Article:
Senate Dems to Mnuchin: Don't index capital gains to inflation

Senate Dems to Mnuchin: Don't index capital gains to inflation
© Greg Nash

A group of Democrats on the Senate Finance Committee is urging Treasury Secretary Steven MnuchinSteven Terner MnuchinThe Hill's Morning Report: Where the Mueller probe stands Treasury releases proposed rules on major part of Trump tax law Dems ask Mnuchin to probe Russian investment in state election tech MORE not to issue regulations to index capital gains to inflation.

"This unilateral action would almost exclusively benefit the wealthiest Americans, add $100 billion to the ballooning deficit, further complicate the tax code, and ignore the need for Congressional sanction," the senators, led by Finance Committee ranking member Ron WydenRonald (Ron) Lee WydenTreasury releases proposed rules on major part of Trump tax law Rubio slams Google over plans to unveil censored Chinese search engine Hillicon Valley: GOP leader wants Twitter CEO to testify on bias claims | Sinclair beefs up lobbying during merger fight | Facebook users experience brief outage | South Korea eyes new taxes on tech MORE (D-Ore.), said in a letter to Mnuchin Thursday.

A number of prominent conservatives, including Americans for Tax Reform President Grover Norquist, have been pushing the Trump administration to index capital gains to inflation. Doing this would reduce the amount that taxpayers pay in capital gains taxes.

Under current law, taxpayers pay capital gains taxes on the difference between the cost of purchasing an investment and the amount for which the investment was sold. If capital gains were indexed, people would instead pay taxes on the difference between cost of purchasing the investment plus inflation and the amount for which the investment was sold.

Conservatives argue that indexing capital gains would boost the economy and prevent people from paying taxes on income they didn't actually make. They argue the Trump administration can index capital gains to inflation through executive action, citing a 2002 Supreme Court ruling finding that the term "cost" was ambiguous in a telecommunications law.

But the Senate Democrats argued that indexing wouldn't spur new investment. They also noted that the Penn-Wharton Budget Model estimated that indexing capital gains would cost about $100 billion over 10 years and would largely benefit those in the top 1 percent of income. The Democrats suggested that cost estimate was conservative because it doesn't take into account tax sheltering that might occur if capital gains are indexed.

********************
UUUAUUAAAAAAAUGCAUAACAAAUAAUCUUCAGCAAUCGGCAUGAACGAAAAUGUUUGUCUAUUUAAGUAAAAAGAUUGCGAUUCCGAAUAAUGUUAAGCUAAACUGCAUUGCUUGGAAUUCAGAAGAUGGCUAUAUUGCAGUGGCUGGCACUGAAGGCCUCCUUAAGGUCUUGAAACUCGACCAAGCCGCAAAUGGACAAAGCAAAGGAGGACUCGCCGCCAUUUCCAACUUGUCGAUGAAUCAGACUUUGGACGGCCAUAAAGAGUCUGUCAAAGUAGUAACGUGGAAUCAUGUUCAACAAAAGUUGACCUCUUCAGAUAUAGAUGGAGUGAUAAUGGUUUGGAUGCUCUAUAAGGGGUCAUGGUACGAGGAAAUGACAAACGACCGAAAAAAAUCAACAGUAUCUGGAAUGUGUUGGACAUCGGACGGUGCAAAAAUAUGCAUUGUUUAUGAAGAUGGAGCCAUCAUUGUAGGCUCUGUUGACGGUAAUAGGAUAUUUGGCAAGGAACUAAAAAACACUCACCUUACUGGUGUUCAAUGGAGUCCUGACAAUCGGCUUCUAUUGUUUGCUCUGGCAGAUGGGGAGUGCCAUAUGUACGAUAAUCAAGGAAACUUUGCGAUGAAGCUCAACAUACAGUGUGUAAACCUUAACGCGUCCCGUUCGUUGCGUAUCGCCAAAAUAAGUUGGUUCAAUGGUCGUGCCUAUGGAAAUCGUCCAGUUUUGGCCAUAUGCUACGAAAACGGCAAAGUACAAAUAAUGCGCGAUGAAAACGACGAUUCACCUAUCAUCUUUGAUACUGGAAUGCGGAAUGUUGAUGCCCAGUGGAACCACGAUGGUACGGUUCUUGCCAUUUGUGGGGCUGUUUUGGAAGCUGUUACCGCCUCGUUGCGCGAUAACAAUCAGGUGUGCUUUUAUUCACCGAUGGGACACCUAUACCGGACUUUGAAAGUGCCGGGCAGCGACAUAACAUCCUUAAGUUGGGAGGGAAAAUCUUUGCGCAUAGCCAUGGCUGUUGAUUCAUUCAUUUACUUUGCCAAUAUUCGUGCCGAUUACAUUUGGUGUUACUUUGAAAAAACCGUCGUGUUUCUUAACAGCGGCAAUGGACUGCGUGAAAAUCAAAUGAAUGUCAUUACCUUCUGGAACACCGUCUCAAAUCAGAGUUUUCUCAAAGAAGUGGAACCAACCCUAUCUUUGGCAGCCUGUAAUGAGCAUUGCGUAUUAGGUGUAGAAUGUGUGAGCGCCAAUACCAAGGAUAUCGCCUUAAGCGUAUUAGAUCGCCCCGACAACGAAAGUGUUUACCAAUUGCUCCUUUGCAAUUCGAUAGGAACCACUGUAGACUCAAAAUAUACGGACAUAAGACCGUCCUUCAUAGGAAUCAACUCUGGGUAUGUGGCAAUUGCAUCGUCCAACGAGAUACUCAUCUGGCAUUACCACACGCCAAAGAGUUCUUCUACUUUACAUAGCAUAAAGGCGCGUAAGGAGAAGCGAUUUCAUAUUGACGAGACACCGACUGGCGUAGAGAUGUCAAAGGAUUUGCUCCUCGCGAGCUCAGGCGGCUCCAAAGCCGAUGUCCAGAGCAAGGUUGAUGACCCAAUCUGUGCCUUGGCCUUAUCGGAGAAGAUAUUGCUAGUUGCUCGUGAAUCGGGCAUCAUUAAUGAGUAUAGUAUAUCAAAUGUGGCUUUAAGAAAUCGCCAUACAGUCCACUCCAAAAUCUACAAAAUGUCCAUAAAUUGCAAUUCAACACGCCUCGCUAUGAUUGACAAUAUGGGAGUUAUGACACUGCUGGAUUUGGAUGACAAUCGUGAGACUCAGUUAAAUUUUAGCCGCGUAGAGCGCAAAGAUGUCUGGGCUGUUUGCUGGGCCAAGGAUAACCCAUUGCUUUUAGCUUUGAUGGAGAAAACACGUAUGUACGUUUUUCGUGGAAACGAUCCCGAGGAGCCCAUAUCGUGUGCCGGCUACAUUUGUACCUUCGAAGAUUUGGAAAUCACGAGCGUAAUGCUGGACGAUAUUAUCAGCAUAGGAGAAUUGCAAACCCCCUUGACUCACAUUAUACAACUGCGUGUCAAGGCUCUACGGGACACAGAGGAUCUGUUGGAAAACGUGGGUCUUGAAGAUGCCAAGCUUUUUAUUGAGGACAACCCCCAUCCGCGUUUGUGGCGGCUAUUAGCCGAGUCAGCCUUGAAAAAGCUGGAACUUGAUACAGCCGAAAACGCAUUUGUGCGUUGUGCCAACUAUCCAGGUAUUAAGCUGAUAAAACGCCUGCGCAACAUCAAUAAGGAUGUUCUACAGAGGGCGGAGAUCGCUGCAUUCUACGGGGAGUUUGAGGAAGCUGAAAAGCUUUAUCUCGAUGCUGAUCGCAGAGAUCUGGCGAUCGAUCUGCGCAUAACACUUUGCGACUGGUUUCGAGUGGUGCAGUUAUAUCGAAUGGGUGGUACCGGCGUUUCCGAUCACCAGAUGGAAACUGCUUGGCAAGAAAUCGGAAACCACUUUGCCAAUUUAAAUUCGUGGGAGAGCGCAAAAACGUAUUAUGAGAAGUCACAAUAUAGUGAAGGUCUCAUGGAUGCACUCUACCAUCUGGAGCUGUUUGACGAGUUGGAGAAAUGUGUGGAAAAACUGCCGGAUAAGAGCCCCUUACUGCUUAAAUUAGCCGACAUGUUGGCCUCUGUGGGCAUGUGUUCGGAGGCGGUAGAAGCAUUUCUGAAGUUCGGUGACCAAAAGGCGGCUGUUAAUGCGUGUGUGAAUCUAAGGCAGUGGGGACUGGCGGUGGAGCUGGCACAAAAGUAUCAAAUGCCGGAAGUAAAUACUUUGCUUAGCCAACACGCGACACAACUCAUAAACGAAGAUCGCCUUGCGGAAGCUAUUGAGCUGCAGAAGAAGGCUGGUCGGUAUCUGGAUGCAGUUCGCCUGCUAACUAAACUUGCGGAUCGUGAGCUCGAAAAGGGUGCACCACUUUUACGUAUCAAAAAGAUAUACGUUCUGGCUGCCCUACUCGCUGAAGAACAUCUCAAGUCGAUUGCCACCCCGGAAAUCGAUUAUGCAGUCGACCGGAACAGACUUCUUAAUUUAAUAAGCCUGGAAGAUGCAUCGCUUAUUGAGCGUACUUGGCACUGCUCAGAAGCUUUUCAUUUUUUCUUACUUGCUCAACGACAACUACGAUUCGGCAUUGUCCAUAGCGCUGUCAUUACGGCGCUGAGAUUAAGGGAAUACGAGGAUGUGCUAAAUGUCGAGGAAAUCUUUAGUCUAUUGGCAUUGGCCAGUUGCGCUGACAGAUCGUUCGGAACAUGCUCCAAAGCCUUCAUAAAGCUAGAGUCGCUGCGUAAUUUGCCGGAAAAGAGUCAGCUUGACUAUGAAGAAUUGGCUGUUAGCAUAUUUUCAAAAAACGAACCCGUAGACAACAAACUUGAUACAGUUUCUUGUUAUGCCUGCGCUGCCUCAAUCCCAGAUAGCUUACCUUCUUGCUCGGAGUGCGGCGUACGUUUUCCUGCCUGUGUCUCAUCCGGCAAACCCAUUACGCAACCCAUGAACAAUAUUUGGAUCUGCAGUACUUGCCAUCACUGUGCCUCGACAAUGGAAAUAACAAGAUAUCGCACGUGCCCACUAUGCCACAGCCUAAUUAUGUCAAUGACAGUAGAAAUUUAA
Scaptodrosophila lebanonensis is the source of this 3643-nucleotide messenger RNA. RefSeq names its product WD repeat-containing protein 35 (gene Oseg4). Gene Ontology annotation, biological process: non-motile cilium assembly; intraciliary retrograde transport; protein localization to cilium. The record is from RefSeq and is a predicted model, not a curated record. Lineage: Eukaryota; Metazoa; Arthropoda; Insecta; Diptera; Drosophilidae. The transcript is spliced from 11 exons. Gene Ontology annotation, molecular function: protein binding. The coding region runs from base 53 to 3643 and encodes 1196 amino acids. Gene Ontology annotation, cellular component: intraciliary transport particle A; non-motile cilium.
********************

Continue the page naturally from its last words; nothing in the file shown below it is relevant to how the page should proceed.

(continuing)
"Like last year's tax bill, Republicans would force families to bear the burden of paying for it through deep cuts they're expected to make to Social Security, Medicare and Medicaid," the Democrats wrote.

The Senate Democrats also said that they don't think Treasury has the authority to index capital gains through regulation. They pointed to 1992 opinions from Treasury and the Department of Justice finding that Congress's intent was for the term "cost" to not include an inflation adjustment.

"We therefore urge you to resist unilateral action on this issue," the Democrats wrote. "To do otherwise would inappropriately circumvent Congress in order to benefit the already super-fortunate at the expense of everyone else."

In addition to Wyden, the letter was signed by Senate Finance Committee members Sheldon WhitehouseSheldon WhitehouseOvernight Defense: Officials make show of force on election security | Dems want probe into Air Force One tours | Pentagon believes Korean War remains 'consistent' with Americans Dems call for investigation of Trump Air Force One tours Dem senators introduce resolution calling on Trump to stop attacking the press MORE (D-R.I.), Tom CarperThomas (Tom) Richard CarperOvernight Energy: Trump elephant trophy tweets blindsided staff | Execs of chemical plant that exploded during hurricane indicted | Interior to reverse pesticide ban at wildlife refuges Overnight Defense: Officials make show of force on election security | Dems want probe into Air Force One tours | Pentagon believes Korean War remains 'consistent' with Americans Dems call for investigation of Trump Air Force One tours MORE (D-Del.), Ben CardinBenjamin (Ben) Louis CardinDems ask Mnuchin to probe Russian investment in state election tech Hillicon Valley: Trump officials deliver show of force on election security | Apple hits trillion | How fake Facebook groups manipulated real activists | Senate group seeks new Russia sanctions Senators introduce bill to slap 'crushing' new sanctions on Russia MORE (D-Md.), Debbie StabenowDeborah (Debbie) Ann StabenowMichigan county investigating ballot shortage in election Michigan Dems elect state's first all-female statewide ticket for midterms The Hill's Morning Report — Signs of trouble for Republicans in House special election MORE (D-Mich.), Michael BennetMichael Farrand BennetWhen it comes to drone tech, wildfire officials need the rights tools for the job NFL player wears 'Immigrants made America great' hat mocking Trump US farmers shouldn't be collateral damage in free-traders' crusade MORE (D-Colo.), Bob MenendezRobert (Bob) MenendezDem senators introduce resolution calling on Trump to stop attacking the press Booming economy has Trump taking a well-deserved victory lap Administration should use its leverage to get Egypt to improve its human rights record MORE (D-N.J.), Bob CaseyRobert (Bob) Patrick CaseyTop Koch official fires back at critics: We are not an 'appendage' of the GOP Dem senator: Media should stop covering Trump rallies like they're breaking news The Hill's Morning Report: Trump tries to rescue Ohio House seat as GOP midterm fears grow MORE Jr. (D-Pa.) and Sherrod BrownSherrod Campbell BrownDustbin 2020: The best Dems who surely won’t get the nomination Vulnerable Dems side with Warren in battle over consumer bureau Early polls favor Biden but Senate officials skeptical MORE (D-Ohio).